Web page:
These groups can offer a number of benefits. First, they can be held in person or even online, meaning that you have no excuse to not attend. Deciding to do so is a major first step, and if you take the plunge, take a moment to praise yourself. Some groups might offer events that could help you, such as bringing in professional counsellors or legal experts to provide general information about going through a divorce. Others are more traditional, encouraging its members to be open about their experiences and share solutions and stories. Some might be able to provide you with professional resources or referrals. They provide a supportive community and keep you accountable for your actions and attendance. But most of all, they comprise of people who will listen to you with an empathetic ear. Each member in that group knows exactly what you are going through. Sometimes, just being able to acknowledge that you are not alone in your suffering can be incredibly healing. Continue Reading →

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Parenting Plans, entered as part of the final orders in a divorce, layout the custody and visitation arrangements between parents and children. The plan acts as a co-parenting blueprint by outlining the rights and responsibilities each parent has toward a child. Regardless of how custody is shared, one person will usually be designated as the primary or custodial parent. The child will be required to reside with that parent except for specific times when the child will live with the non-custodial parent.

Courts seek to encourage frequent and regular interaction between children and both parents unless a reason, such as a history of domestic violence, exists to limit contact. Ideally, the parents should mutually work to craft the plan rather than delegate the task to the court. Creativity in structuring the custody and visitation details can provide positive results for both children and parents.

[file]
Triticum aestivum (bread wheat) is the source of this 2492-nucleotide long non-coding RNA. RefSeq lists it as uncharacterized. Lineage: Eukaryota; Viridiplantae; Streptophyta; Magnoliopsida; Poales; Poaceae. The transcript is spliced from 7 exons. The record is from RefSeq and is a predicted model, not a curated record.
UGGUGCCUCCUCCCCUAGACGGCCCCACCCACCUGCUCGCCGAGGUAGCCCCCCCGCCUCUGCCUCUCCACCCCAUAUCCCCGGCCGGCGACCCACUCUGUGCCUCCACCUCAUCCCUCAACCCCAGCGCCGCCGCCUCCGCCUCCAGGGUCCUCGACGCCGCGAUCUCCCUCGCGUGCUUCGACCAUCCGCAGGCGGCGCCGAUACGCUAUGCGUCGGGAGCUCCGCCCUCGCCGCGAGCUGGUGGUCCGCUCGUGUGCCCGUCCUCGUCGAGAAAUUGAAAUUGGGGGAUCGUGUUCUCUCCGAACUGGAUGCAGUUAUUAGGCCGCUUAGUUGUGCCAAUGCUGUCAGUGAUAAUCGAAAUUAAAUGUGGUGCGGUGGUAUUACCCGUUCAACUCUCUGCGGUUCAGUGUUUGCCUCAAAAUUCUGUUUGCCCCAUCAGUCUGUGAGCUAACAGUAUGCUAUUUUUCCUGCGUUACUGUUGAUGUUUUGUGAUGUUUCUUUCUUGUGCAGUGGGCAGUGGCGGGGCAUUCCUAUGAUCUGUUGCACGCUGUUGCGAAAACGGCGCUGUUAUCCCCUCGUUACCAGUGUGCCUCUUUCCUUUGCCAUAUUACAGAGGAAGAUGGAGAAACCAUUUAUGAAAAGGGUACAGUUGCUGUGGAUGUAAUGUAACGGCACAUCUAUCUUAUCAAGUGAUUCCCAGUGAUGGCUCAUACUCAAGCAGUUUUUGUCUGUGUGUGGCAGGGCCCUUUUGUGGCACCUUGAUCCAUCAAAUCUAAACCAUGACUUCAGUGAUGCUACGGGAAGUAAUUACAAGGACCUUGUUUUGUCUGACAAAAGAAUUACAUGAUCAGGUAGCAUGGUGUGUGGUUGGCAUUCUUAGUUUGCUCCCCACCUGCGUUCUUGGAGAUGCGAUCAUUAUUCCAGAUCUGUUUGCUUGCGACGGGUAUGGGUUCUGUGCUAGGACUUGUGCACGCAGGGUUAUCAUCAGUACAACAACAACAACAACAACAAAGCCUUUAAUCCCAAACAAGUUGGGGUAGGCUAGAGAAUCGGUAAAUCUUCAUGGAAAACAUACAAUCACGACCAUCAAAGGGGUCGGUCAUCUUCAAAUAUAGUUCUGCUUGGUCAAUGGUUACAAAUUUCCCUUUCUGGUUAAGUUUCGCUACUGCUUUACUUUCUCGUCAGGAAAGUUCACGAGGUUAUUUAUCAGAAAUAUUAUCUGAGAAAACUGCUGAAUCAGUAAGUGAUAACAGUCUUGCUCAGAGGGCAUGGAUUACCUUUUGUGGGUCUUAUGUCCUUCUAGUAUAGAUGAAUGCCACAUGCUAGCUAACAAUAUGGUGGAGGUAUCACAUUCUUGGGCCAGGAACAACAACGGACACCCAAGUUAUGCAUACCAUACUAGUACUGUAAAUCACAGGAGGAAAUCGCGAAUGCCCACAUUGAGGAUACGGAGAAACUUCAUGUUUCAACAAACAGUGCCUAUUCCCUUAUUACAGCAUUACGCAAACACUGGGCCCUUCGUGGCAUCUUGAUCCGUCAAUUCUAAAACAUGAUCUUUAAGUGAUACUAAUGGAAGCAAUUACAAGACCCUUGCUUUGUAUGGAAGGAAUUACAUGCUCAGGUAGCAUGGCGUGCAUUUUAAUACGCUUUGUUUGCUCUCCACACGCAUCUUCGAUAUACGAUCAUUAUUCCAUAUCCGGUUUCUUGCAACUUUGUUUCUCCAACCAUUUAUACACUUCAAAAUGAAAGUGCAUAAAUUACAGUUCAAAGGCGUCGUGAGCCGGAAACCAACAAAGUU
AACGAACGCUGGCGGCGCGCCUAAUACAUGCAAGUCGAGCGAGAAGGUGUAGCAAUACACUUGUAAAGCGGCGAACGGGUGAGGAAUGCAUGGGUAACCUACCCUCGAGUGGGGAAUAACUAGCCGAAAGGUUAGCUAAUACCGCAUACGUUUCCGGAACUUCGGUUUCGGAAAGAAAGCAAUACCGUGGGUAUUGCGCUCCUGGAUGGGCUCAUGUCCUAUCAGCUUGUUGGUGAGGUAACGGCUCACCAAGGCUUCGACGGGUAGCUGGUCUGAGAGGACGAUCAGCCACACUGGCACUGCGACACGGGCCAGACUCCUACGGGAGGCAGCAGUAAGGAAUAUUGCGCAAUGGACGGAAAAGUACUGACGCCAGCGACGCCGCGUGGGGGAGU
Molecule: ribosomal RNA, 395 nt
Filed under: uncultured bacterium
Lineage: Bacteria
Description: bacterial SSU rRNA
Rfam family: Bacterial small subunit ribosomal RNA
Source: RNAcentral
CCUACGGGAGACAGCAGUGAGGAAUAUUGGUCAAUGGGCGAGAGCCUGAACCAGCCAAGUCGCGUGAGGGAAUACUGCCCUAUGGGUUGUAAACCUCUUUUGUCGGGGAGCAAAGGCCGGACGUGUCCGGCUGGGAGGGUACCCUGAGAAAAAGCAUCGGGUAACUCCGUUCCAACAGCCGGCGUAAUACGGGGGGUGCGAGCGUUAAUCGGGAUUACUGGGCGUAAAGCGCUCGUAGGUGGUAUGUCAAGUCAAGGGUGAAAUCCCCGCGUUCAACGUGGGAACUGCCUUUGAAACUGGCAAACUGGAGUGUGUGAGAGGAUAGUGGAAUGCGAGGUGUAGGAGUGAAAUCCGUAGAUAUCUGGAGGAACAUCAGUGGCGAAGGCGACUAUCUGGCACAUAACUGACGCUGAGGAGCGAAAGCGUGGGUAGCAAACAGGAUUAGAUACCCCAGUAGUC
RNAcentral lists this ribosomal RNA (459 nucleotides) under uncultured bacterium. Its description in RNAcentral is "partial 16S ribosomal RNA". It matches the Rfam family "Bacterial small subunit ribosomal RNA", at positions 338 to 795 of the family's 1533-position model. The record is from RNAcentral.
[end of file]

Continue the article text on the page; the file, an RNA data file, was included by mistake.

The traditional schedule for school-age children has the child living with the primary parent most of the time with the child residing at the other parent’s home every other weekend from Friday evening to Sunday evening. Holidays are rotated each year. Winter and spring breaks from school may be split or alternated. The child may live with the non-custodial parent for a couple of weeks to half of the summer vacation. This time-worn schedule creates the weekend parent, a status often loathed by the non-custodial parent. However, a few changes can make a big difference. Continue Reading →

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In any divorce matter, the issue of retirement can be contentious. This is usually because it can be one of the largest assets in the marriage, particularly when the parties have been married long-term. When it comes to the division of military retirement, the regulations surrounding its division can be complex – especially when military disability is involved. The New Jersey Appellate division case of Fattore v Fattore discusses the various issues that can arise with military retirement and divorce.